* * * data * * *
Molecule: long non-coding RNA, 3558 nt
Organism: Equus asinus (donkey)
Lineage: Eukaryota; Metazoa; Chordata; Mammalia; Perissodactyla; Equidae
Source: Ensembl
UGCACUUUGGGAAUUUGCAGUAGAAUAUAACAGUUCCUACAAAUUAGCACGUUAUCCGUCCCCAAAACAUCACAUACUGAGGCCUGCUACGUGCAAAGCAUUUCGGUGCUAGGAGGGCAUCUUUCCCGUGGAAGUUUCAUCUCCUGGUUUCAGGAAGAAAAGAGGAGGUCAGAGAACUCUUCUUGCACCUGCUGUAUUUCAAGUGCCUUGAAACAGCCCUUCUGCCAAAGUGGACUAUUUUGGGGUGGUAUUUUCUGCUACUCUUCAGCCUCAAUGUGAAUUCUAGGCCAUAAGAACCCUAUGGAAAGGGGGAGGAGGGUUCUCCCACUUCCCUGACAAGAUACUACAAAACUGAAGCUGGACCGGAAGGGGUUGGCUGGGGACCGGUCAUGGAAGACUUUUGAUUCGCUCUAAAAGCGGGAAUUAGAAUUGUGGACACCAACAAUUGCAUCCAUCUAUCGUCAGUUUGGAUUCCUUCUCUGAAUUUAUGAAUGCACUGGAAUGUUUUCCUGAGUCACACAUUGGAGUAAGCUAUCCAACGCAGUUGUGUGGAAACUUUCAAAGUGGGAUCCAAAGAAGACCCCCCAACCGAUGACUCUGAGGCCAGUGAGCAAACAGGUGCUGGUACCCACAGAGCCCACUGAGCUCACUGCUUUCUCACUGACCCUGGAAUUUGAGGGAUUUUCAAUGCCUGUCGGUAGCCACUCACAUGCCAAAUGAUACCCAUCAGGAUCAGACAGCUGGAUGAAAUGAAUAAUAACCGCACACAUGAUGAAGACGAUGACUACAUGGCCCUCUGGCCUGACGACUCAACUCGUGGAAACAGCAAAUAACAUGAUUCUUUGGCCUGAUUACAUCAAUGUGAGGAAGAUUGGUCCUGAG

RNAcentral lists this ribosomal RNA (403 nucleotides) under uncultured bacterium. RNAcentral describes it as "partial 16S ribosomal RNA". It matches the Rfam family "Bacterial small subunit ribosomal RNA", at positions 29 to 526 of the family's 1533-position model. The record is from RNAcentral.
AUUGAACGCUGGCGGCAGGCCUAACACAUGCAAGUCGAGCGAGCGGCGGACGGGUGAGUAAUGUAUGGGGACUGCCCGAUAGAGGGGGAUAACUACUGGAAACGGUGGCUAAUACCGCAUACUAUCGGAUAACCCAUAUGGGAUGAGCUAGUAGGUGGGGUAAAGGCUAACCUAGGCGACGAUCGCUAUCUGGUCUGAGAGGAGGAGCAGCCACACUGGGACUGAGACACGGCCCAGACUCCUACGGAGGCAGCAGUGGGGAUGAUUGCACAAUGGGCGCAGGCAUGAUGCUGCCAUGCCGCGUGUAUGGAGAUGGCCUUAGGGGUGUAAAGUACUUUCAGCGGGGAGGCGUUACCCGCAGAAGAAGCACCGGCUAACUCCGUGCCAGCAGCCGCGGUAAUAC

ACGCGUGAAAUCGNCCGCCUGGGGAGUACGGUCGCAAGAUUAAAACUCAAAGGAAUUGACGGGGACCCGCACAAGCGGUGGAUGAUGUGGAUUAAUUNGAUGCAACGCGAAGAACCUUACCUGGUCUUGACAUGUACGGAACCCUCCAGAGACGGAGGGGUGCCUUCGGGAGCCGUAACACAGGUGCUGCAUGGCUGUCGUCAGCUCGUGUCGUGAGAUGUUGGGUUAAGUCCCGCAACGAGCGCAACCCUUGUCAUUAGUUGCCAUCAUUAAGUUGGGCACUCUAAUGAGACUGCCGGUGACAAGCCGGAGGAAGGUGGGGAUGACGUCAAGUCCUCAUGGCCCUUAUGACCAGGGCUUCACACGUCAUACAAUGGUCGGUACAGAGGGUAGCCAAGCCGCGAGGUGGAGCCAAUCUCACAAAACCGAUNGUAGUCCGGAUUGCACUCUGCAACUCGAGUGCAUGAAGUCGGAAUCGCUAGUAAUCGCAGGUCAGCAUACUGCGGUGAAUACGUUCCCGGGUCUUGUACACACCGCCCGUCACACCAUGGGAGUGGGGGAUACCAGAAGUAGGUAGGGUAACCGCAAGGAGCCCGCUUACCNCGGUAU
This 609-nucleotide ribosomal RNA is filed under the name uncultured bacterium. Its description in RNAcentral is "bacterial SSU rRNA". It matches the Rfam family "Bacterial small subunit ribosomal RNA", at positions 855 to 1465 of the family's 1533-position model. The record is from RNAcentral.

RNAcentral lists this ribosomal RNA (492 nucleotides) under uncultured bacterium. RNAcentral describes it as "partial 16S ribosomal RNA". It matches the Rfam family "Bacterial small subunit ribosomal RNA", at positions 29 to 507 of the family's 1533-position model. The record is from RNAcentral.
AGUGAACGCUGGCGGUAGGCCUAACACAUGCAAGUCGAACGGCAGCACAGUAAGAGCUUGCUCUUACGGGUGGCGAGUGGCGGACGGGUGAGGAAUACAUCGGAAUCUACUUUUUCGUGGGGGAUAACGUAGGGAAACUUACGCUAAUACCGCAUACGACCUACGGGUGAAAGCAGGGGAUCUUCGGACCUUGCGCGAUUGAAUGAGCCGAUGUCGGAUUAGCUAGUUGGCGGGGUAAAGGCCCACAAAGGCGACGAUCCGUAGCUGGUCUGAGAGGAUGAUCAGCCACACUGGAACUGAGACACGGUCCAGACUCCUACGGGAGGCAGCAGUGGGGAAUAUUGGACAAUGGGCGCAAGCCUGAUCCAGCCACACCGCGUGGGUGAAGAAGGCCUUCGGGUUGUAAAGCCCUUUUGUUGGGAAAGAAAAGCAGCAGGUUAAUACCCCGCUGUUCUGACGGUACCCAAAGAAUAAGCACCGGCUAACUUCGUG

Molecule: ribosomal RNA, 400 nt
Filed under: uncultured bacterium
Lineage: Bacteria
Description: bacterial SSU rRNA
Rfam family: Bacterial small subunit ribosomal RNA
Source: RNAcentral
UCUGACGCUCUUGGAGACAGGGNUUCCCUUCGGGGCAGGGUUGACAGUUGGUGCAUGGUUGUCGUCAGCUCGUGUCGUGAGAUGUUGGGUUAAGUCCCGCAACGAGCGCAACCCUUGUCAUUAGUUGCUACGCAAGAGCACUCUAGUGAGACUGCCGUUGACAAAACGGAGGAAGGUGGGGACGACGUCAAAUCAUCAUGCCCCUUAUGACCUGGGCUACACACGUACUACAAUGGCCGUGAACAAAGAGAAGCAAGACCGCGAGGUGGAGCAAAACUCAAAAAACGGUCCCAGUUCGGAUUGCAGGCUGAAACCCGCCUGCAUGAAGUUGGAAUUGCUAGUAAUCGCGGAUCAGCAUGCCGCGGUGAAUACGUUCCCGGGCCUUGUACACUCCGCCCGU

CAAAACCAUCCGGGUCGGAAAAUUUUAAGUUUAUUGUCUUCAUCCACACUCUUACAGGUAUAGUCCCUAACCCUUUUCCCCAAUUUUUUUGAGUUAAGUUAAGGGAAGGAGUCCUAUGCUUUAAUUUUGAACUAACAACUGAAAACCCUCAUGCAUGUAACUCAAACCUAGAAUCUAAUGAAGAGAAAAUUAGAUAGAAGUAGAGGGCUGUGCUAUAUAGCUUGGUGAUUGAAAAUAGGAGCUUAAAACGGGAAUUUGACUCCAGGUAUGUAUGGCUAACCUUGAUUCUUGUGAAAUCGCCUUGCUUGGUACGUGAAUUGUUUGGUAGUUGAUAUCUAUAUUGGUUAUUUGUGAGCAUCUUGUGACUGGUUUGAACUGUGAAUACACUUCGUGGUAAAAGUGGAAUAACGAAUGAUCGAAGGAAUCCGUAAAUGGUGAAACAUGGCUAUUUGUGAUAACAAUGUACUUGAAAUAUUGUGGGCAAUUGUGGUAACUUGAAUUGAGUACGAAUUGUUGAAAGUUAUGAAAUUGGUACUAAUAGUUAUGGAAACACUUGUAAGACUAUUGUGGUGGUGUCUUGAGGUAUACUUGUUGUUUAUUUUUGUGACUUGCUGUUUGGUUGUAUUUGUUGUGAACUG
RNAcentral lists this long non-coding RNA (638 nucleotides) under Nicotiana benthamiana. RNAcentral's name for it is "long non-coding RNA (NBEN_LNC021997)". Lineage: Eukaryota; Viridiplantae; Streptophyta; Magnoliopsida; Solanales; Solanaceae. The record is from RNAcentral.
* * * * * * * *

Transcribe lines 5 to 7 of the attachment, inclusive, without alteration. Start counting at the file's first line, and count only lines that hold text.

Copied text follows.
UGCACUUUGGGAAUUUGCAGUAGAAUAUAACAGUUCCUACAAAUUAGCACGUUAUCCGUCCCCAAAACAUCACAUACUGAGGCCUGCUACGUGCAAAGCAUUUCGGUGCUAGGAGGGCAUCUUUCCCGUGGAAGUUUCAUCUCCUGGUUUCAGGAAGAAAAGAGGAGGUCAGAGAACUCUUCUUGCACCUGCUGUAUUUCAAGUGCCUUGAAACAGCCCUUCUGCCAAAGUGGACUAUUUUGGGGUGGUAUUUUCUGCUACUCUUCAGCCUCAAUGUGAAUUCUAGGCCAUAAGAACCCUAUGGAAAGGGGGAGGAGGGUUCUCCCACUUCCCUGACAAGAUACUACAAAACUGAAGCUGGACCGGAAGGGGUUGGCUGGGGACCGGUCAUGGAAGACUUUUGAUUCGCUCUAAAAGCGGGAAUUAGAAUUGUGGACACCAACAAUUGCAUCCAUCUAUCGUCAGUUUGGAUUCCUUCUCUGAAUUUAUGAAUGCACUGGAAUGUUUUCCUGAGUCACACAUUGGAGUAAGCUAUCCAACGCAGUUGUGUGGAAACUUUCAAAGUGGGAUCCAAAGAAGACCCCCCAACCGAUGACUCUGAGGCCAGUGAGCAAACAGGUGCUGGUACCCACAGAGCCCACUGAGCUCACUGCUUUCUCACUGACCCUGGAAUUUGAGGGAUUUUCAAUGCCUGUCGGUAGCCACUCACAUGCCAAAUGAUACCCAUCAGGAUCAGACAGCUGGAUGAAAUGAAUAAUAACCGCACACAUGAUGAAGACGAUGACUACAUGGCCCUCUGGCCUGACGACUCAACUCGUGGAAACAGCAAAUAACAUGAUUCUUUGGCCUGAUUACAUCAAUGUGAGGAAGAUUGGUCCUGAG

RNAcentral lists this ribosomal RNA (403 nucleotides) under uncultured bacterium. RNAcentral describes it as "partial 16S ribosomal RNA". It matches the Rfam family "Bacterial small subunit ribosomal RNA", at positions 29 to 526 of the family's 1533-position model. The record is from RNAcentral.
AUUGAACGCUGGCGGCAGGCCUAACACAUGCAAGUCGAGCGAGCGGCGGACGGGUGAGUAAUGUAUGGGGACUGCCCGAUAGAGGGGGAUAACUACUGGAAACGGUGGCUAAUACCGCAUACUAUCGGAUAACCCAUAUGGGAUGAGCUAGUAGGUGGGGUAAAGGCUAACCUAGGCGACGAUCGCUAUCUGGUCUGAGAGGAGGAGCAGCCACACUGGGACUGAGACACGGCCCAGACUCCUACGGAGGCAGCAGUGGGGAUGAUUGCACAAUGGGCGCAGGCAUGAUGCUGCCAUGCCGCGUGUAUGGAGAUGGCCUUAGGGGUGUAAAGUACUUUCAGCGGGGAGGCGUUACCCGCAGAAGAAGCACCGGCUAACUCCGUGCCAGCAGCCGCGGUAAUAC